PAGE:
Using Aftermarket Car Parts

When a car rolls off an assembly line, it is built completely with Original Equipment Manufacturer (OEM) parts. If you take your car to be fixed by your dealership, you are going to get OEM parts as well. Your local mechanic, however, is most likely going to be using aftermarket replacement parts. Below are advantages and disadvantages of using aftermarket replacement parts over OEM parts that you might not realize.

• Variety. There are companies that specialize in specific parts and some that produce parts all across the board. The advantage is not only the choice of manufacturer, but the availability of and range of prices as well.

• Cheaper. Because of the amount of products to choose from and demand of these products, the prices are usually lower than OEM parts.

• Quality. Even though aftermarket parts are usually cheaper, that doesn’t always mean they lack quality. Many crash tests have been done with aftermarket parts and they have held up just as well, if not better, than OEM parts

• Convenience. If using an OEM part, it has to come straight form a manufacturer which could take days or even weeks. Aftermarket parts can be found at your local gas station, auto parts store, or local mechanic.

• Quality. The saying “you get what you pay used auto parts for” applies here. There are cheap aftermarket car parts that are made cheaply and if you are not familiar with them, the choice could be difficult.

• Overwhelming. The amount of manufacturers and variety of products leaves the everyday, non-mechanically inclined person overwhelmed. If you are not familiar with producers or types of products you are shopping for, ask the opinion of your local mechanic.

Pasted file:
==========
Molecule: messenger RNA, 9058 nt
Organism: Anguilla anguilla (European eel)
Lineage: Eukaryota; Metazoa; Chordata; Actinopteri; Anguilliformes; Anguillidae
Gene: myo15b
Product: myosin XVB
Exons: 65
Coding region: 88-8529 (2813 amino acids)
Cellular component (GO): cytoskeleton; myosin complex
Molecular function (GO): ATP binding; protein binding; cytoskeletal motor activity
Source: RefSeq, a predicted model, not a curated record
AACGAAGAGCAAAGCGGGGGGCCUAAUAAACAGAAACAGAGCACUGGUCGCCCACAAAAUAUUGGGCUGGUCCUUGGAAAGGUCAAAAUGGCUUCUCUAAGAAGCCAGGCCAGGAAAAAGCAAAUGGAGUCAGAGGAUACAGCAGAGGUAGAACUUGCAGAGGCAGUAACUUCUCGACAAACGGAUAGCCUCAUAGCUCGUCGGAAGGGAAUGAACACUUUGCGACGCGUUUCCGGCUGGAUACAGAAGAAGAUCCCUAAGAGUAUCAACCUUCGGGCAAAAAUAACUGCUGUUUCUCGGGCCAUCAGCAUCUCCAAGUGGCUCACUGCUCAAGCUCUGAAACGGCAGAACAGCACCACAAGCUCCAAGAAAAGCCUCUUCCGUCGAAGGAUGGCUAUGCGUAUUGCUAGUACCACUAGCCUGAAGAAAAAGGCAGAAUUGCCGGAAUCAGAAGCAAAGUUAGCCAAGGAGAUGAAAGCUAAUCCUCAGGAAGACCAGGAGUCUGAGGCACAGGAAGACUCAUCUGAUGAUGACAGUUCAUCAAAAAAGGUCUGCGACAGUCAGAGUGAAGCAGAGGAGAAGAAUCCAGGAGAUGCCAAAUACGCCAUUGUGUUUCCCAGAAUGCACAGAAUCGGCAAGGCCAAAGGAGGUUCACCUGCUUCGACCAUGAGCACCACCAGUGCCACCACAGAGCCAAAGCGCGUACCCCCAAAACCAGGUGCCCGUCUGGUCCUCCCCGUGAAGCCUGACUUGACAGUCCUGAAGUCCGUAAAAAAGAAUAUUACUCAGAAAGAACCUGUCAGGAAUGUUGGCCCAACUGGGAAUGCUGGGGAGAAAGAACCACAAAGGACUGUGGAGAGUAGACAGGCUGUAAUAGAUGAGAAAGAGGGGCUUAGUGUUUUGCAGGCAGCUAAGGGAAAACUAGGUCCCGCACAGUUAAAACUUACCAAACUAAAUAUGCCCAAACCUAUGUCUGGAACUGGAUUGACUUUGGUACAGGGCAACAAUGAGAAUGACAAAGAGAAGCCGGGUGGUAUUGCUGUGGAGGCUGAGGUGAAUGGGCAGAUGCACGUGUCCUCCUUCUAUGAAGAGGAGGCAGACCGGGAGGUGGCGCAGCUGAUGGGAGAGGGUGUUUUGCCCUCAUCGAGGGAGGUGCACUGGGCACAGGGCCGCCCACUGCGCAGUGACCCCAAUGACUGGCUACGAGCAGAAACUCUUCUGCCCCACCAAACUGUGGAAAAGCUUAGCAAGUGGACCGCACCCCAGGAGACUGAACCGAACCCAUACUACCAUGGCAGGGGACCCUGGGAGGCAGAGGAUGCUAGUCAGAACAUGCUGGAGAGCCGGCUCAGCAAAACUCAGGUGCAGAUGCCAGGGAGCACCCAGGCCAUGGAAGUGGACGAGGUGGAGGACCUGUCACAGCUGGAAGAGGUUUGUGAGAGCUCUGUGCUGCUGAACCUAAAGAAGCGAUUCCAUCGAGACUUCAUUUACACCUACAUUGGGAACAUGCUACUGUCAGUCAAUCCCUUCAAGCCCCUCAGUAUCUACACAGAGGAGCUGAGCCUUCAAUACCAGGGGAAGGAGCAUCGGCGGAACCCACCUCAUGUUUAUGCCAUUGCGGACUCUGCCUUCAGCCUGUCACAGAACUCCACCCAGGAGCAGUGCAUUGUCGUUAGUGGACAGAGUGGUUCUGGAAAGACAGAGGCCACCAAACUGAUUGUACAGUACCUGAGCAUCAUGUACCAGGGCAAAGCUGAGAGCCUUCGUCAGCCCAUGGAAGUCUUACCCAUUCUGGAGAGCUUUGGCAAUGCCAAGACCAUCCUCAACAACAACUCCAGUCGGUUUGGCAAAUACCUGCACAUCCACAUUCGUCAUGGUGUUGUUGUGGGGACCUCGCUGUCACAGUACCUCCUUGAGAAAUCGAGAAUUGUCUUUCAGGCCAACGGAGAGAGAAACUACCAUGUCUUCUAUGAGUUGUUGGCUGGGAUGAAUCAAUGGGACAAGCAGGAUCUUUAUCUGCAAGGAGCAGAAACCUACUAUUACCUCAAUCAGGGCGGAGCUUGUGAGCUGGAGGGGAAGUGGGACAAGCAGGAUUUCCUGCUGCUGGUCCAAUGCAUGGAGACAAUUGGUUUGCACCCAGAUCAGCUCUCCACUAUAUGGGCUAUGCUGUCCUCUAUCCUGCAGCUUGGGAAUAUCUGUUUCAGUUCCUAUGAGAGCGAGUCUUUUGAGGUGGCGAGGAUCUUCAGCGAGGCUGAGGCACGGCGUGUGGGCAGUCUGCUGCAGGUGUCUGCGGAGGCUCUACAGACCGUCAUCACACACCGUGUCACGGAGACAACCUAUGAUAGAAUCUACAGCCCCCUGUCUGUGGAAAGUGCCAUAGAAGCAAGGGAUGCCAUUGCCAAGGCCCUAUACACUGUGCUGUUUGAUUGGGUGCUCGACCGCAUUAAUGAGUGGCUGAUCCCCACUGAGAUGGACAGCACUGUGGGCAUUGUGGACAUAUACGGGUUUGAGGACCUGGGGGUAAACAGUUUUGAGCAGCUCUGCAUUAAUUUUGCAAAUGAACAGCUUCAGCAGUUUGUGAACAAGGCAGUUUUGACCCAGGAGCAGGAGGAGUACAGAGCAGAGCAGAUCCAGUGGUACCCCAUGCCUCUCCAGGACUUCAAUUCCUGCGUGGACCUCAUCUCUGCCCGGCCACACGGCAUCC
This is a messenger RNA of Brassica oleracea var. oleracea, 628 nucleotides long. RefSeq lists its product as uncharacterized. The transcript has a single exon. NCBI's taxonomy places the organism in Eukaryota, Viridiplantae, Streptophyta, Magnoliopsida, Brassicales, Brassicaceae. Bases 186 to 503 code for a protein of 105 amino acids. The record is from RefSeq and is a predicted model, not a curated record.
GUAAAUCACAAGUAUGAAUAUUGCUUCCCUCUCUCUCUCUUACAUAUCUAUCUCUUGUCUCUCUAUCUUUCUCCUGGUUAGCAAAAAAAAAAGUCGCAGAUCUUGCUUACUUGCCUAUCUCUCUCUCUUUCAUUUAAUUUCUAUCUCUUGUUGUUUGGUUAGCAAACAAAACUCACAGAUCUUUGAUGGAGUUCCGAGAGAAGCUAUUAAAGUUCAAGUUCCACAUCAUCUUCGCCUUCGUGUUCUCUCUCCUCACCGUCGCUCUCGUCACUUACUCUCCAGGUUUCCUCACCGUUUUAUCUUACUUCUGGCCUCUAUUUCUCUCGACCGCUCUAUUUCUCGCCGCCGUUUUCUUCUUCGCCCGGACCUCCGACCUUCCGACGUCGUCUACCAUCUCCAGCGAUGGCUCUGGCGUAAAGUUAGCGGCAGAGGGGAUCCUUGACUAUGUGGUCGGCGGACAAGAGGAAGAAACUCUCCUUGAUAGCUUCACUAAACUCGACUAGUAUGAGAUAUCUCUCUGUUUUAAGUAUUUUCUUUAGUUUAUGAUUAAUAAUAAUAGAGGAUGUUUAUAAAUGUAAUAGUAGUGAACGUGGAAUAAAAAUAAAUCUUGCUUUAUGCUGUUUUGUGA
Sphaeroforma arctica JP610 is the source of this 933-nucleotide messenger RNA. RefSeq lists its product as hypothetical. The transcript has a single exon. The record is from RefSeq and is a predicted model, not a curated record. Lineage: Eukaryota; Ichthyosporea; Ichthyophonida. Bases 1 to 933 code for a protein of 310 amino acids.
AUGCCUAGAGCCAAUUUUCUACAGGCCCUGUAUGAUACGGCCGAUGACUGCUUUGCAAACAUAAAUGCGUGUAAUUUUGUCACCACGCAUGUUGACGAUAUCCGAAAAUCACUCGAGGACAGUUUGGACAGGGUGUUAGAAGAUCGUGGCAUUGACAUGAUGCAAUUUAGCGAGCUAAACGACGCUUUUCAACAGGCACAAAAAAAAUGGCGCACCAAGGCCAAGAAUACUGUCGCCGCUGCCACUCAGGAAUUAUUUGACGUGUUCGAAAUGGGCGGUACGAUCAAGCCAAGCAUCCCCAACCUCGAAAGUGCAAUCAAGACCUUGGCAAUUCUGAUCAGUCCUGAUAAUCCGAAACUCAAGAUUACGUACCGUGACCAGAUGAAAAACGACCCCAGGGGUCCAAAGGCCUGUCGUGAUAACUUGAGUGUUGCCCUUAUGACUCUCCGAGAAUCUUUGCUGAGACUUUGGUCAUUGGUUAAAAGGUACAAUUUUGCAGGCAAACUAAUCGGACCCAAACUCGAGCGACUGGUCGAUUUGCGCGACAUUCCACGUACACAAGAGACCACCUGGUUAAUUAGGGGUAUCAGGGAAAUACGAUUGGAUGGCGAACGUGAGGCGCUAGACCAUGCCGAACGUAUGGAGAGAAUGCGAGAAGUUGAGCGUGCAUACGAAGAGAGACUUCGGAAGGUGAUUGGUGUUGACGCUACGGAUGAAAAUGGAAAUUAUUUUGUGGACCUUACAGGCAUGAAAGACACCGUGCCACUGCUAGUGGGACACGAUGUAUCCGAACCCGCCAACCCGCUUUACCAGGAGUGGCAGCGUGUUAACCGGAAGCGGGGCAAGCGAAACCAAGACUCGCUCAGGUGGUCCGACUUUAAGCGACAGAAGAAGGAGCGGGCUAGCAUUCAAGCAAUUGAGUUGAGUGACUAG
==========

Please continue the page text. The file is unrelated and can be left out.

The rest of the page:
• Warranty. Aftermarkets parts may void the warranty on a car. Check with your manufacturer and with your mechanic to confirm what they will be using for replacement parts.

If you’ve been in any type of collision and need to replace your car’s body panels, you should definitely choose OEM parts. Other parts could run the risk of not having a proper fit or proper crumple zones for crash safety. Also, using aftermarkets parts could decrease your car’s value depending on what you have replaced. Always check with your insurance provider to understand their stipulations before replacing anything.

While the OEM parts might seem like an obvious choice because it comes directly from your car’s manufacturer, buying the aftermarket parts could prove to be more economical and an overall better product. The most important thing when choosing your car’s next replacement part is to shop around. You owe it to your pocketbook and your safety.

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